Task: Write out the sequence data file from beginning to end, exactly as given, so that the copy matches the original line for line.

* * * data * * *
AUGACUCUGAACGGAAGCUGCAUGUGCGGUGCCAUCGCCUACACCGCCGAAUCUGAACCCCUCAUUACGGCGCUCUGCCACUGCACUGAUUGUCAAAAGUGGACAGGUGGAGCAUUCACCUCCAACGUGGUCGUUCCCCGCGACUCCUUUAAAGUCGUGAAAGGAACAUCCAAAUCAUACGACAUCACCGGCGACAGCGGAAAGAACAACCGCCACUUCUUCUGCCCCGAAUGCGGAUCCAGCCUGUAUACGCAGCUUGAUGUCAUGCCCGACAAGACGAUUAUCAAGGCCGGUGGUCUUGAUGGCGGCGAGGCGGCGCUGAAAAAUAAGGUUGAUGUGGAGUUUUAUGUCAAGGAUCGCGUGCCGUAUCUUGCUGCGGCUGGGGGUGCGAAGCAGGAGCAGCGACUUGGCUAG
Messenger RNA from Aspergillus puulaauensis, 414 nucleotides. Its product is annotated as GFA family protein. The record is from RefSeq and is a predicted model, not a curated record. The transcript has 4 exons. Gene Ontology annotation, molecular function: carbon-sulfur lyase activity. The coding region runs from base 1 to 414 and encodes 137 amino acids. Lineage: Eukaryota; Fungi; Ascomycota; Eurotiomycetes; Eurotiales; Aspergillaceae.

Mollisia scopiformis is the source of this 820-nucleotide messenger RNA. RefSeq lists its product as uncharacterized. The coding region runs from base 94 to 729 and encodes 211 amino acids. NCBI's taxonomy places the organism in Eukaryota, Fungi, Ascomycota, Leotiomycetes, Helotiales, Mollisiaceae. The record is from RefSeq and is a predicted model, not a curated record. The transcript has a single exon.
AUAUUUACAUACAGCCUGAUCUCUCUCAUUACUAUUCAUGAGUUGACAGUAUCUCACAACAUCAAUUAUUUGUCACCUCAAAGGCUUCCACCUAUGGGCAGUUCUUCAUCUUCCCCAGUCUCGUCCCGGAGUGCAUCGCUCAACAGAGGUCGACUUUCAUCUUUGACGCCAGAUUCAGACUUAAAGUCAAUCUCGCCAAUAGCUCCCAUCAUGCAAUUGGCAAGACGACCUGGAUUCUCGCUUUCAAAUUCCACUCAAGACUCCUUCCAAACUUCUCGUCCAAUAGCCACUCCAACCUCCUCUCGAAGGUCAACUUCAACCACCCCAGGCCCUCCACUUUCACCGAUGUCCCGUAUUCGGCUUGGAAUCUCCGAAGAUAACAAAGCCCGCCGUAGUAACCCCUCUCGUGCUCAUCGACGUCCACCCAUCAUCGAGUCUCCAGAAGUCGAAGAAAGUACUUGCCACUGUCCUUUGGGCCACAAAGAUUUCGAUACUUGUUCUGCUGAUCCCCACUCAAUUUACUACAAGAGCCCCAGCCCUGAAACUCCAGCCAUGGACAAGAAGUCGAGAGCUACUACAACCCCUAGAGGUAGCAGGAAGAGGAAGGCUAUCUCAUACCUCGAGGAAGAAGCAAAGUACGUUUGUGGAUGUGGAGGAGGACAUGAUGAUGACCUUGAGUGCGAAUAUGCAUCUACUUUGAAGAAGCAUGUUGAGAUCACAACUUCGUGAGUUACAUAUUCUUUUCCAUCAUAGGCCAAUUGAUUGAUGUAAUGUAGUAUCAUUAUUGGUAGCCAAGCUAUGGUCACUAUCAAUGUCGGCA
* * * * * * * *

AUGACUCUGAACGGAAGCUGCAUGUGCGGUGCCAUCGCCUACACCGCCGAAUCUGAACCCCUCAUUACGGCGCUCUGCCACUGCACUGAUUGUCAAAAGUGGACAGGUGGAGCAUUCACCUCCAACGUGGUCGUUCCCCGCGACUCCUUUAAAGUCGUGAAAGGAACAUCCAAAUCAUACGACAUCACCGGCGACAGCGGAAAGAACAACCGCCACUUCUUCUGCCCCGAAUGCGGAUCCAGCCUGUAUACGCAGCUUGAUGUCAUGCCCGACAAGACGAUUAUCAAGGCCGGUGGUCUUGAUGGCGGCGAGGCGGCGCUGAAAAAUAAGGUUGAUGUGGAGUUUUAUGUCAAGGAUCGCGUGCCGUAUCUUGCUGCGGCUGGGGGUGCGAAGCAGGAGCAGCGACUUGGCUAG
Messenger RNA from Aspergillus puulaauensis, 414 nucleotides. Its product is annotated as GFA family protein. The record is from RefSeq and is a predicted model, not a curated record. The transcript has 4 exons. Gene Ontology annotation, molecular function: carbon-sulfur lyase activity. The coding region runs from base 1 to 414 and encodes 137 amino acids. Lineage: Eukaryota; Fungi; Ascomycota; Eurotiomycetes; Eurotiales; Aspergillaceae.

Mollisia scopiformis is the source of this 820-nucleotide messenger RNA. RefSeq lists its product as uncharacterized. The coding region runs from base 94 to 729 and encodes 211 amino acids. NCBI's taxonomy places the organism in Eukaryota, Fungi, Ascomycota, Leotiomycetes, Helotiales, Mollisiaceae. The record is from RefSeq and is a predicted model, not a curated record. The transcript has a single exon.
AUAUUUACAUACAGCCUGAUCUCUCUCAUUACUAUUCAUGAGUUGACAGUAUCUCACAACAUCAAUUAUUUGUCACCUCAAAGGCUUCCACCUAUGGGCAGUUCUUCAUCUUCCCCAGUCUCGUCCCGGAGUGCAUCGCUCAACAGAGGUCGACUUUCAUCUUUGACGCCAGAUUCAGACUUAAAGUCAAUCUCGCCAAUAGCUCCCAUCAUGCAAUUGGCAAGACGACCUGGAUUCUCGCUUUCAAAUUCCACUCAAGACUCCUUCCAAACUUCUCGUCCAAUAGCCACUCCAACCUCCUCUCGAAGGUCAACUUCAACCACCCCAGGCCCUCCACUUUCACCGAUGUCCCGUAUUCGGCUUGGAAUCUCCGAAGAUAACAAAGCCCGCCGUAGUAACCCCUCUCGUGCUCAUCGACGUCCACCCAUCAUCGAGUCUCCAGAAGUCGAAGAAAGUACUUGCCACUGUCCUUUGGGCCACAAAGAUUUCGAUACUUGUUCUGCUGAUCCCCACUCAAUUUACUACAAGAGCCCCAGCCCUGAAACUCCAGCCAUGGACAAGAAGUCGAGAGCUACUACAACCCCUAGAGGUAGCAGGAAGAGGAAGGCUAUCUCAUACCUCGAGGAAGAAGCAAAGUACGUUUGUGGAUGUGGAGGAGGACAUGAUGAUGACCUUGAGUGCGAAUAUGCAUCUACUUUGAAGAAGCAUGUUGAGAUCACAACUUCGUGAGUUACAUAUUCUUUUCCAUCAUAGGCCAAUUGAUUGAUGUAAUGUAGUAUCAUUAUUGGUAGCCAAGCUAUGGUCACUAUCAAUGUCGGCA